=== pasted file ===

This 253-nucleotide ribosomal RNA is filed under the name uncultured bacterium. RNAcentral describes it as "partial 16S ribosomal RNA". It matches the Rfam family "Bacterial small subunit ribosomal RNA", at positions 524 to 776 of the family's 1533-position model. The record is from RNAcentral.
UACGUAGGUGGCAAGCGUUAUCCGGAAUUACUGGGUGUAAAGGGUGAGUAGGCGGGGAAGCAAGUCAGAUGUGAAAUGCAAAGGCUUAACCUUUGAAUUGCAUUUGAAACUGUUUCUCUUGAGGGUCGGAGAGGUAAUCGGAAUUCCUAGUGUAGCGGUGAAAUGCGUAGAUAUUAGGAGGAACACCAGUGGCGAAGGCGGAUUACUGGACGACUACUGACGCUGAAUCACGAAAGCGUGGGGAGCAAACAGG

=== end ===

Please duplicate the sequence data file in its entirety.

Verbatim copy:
This 253-nucleotide ribosomal RNA is filed under the name uncultured bacterium. RNAcentral describes it as "partial 16S ribosomal RNA". It matches the Rfam family "Bacterial small subunit ribosomal RNA", at positions 524 to 776 of the family's 1533-position model. The record is from RNAcentral.
UACGUAGGUGGCAAGCGUUAUCCGGAAUUACUGGGUGUAAAGGGUGAGUAGGCGGGGAAGCAAGUCAGAUGUGAAAUGCAAAGGCUUAACCUUUGAAUUGCAUUUGAAACUGUUUCUCUUGAGGGUCGGAGAGGUAAUCGGAAUUCCUAGUGUAGCGGUGAAAUGCGUAGAUAUUAGGAGGAACACCAGUGGCGAAGGCGGAUUACUGGACGACUACUGACGCUGAAUCACGAAAGCGUGGGGAGCAAACAGG